DETROIT – On this Martin Luther King Jr. Day, we have a chance to reflect on a year highlighted not only by the global pandemic, but also the Black Lives Matter movement and questions about social injustice.
The year 2020 was a time of awakening for many people. We often mark anniversaries by looking at growth over the last year. Are we making real progress in building Dr. King’s dream?
“I’m inspired when I see the number of young Blacks and Whites who are part of the Black Lives Matter movement,” Rev. Wendell Anthony said.
DeLashea Strawder, director of Detroit’s Mosaic Youth Theater, believes there has been progress.
“I definitely think there has been forward motion,” Strawder said. “I get to see it every day because I work with young people.”
The dreams and enthusiasm of young people drives change, but they’re impatient because lasting change comes slowly.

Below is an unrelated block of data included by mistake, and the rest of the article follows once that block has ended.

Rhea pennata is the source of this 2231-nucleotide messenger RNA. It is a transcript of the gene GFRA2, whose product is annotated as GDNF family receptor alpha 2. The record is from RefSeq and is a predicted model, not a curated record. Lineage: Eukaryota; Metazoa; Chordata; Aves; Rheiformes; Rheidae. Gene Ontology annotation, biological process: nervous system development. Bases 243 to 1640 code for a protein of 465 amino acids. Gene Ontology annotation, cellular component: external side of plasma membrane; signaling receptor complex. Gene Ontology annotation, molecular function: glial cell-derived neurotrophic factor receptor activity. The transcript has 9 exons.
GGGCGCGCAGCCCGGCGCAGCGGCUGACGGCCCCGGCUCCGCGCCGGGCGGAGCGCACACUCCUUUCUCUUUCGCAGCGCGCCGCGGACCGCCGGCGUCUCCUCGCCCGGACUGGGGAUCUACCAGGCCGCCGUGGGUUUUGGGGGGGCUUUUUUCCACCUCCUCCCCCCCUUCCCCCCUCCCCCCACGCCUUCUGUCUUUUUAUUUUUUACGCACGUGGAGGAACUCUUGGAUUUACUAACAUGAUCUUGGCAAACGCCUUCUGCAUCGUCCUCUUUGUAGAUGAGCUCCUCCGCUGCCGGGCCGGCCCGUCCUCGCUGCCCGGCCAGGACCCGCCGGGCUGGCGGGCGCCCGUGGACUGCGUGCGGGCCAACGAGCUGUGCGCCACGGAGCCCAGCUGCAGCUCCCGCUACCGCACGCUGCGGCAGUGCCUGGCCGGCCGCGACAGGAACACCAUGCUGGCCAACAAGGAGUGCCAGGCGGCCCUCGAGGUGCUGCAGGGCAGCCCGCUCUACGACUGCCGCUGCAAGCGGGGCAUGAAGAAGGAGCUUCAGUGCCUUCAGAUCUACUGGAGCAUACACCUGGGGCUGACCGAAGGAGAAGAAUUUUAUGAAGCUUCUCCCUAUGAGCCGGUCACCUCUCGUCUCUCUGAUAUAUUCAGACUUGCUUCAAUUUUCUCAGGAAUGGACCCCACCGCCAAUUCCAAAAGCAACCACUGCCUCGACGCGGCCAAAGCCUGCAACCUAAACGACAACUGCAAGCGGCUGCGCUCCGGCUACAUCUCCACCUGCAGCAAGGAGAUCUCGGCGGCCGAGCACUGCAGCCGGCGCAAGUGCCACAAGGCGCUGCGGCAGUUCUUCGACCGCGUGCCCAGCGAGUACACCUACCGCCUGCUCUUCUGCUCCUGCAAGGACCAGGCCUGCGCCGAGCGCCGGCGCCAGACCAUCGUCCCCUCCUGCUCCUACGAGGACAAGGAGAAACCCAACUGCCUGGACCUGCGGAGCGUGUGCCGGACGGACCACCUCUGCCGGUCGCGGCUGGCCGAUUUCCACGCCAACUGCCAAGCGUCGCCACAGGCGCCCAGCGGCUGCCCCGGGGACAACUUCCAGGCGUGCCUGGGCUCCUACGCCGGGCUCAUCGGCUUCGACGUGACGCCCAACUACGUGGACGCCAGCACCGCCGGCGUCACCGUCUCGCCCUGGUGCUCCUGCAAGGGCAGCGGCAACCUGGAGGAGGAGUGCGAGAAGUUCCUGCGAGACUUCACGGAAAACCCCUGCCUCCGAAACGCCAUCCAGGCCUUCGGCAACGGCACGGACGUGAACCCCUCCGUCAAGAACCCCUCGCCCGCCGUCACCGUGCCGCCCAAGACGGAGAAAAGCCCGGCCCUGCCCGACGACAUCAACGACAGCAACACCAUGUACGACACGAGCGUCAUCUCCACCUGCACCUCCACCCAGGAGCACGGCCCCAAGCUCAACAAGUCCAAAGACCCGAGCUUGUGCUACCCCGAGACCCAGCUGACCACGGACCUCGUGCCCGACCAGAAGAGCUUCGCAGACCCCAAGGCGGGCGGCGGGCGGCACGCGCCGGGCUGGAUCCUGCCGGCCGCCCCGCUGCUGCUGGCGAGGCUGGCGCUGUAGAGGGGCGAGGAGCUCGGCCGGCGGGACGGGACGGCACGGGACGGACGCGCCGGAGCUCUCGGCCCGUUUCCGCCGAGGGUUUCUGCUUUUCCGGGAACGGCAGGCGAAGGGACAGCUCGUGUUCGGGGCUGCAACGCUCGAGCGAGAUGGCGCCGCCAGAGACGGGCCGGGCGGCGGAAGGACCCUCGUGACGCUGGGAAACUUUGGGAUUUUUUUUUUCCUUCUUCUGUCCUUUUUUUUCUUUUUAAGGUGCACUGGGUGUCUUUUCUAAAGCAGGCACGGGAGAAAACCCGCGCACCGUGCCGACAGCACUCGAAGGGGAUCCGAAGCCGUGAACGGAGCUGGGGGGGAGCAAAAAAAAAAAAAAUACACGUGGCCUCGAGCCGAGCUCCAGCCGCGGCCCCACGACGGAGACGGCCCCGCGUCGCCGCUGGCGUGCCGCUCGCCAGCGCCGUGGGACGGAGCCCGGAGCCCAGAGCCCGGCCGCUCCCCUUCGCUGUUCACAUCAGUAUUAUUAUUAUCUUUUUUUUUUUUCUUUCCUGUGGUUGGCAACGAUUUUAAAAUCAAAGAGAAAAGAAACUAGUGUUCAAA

Dr. King tried to teach everyone that confronting challenges doesn’t mean violence.
“A confrontation of ideas, a confrontation of philosophies,” Anthony said. “There’s nothing wrong with that -- nothing wrong with good, strong, healthy debate.”
“Of course, we’re not going to always agree, and that’s OK,” Strawder said.
“My dream would be for everybody to be just equal,” said Makiah Quinn, a Mosaic Youth Theater member. “I don’t think that’s too much to ask.”
Anthony had much more to say. You can watch Steve’s full conversation with Rev. Anthony here: